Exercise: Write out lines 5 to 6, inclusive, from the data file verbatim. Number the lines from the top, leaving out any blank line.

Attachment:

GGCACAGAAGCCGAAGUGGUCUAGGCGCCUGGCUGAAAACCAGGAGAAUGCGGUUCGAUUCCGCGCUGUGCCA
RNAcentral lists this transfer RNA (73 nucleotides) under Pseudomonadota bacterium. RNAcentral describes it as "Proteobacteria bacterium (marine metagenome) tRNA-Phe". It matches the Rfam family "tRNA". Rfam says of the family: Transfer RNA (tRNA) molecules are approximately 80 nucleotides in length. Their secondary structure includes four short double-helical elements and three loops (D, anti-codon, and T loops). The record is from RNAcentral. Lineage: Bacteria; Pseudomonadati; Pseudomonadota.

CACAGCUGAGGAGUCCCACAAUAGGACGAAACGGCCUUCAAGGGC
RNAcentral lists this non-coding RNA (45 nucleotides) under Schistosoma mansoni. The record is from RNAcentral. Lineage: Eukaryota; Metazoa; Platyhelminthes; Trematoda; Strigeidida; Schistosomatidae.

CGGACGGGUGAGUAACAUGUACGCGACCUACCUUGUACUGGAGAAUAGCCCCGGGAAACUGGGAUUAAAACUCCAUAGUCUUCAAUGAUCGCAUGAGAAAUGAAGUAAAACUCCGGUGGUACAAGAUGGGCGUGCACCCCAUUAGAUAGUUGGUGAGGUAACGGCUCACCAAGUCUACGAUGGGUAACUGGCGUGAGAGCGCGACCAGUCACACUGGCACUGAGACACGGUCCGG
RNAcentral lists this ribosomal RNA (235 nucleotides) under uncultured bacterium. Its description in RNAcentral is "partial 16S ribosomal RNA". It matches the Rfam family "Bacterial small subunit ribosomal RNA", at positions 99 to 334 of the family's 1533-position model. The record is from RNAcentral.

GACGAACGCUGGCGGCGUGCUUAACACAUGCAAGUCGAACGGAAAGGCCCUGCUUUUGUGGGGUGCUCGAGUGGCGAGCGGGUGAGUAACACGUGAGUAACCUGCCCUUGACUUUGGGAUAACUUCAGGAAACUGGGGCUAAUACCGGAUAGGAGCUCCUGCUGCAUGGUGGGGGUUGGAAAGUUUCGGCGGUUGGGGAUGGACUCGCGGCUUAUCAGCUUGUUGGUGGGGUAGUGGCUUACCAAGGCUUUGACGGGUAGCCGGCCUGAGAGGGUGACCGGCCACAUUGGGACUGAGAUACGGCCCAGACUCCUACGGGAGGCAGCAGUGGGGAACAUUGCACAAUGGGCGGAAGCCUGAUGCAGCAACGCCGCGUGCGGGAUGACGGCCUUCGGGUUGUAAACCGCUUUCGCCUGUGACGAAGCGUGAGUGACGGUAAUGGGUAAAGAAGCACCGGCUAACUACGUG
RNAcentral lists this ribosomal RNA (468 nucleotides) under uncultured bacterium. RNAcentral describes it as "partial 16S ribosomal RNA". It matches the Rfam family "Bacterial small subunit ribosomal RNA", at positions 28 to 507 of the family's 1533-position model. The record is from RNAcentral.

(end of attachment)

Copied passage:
CGGACGGGUGAGUAACAUGUACGCGACCUACCUUGUACUGGAGAAUAGCCCCGGGAAACUGGGAUUAAAACUCCAUAGUCUUCAAUGAUCGCAUGAGAAAUGAAGUAAAACUCCGGUGGUACAAGAUGGGCGUGCACCCCAUUAGAUAGUUGGUGAGGUAACGGCUCACCAAGUCUACGAUGGGUAACUGGCGUGAGAGCGCGACCAGUCACACUGGCACUGAGACACGGUCCGG
RNAcentral lists this ribosomal RNA (235 nucleotides) under uncultured bacterium. Its description in RNAcentral is "partial 16S ribosomal RNA". It matches the Rfam family "Bacterial small subunit ribosomal RNA", at positions 99 to 334 of the family's 1533-position model. The record is from RNAcentral.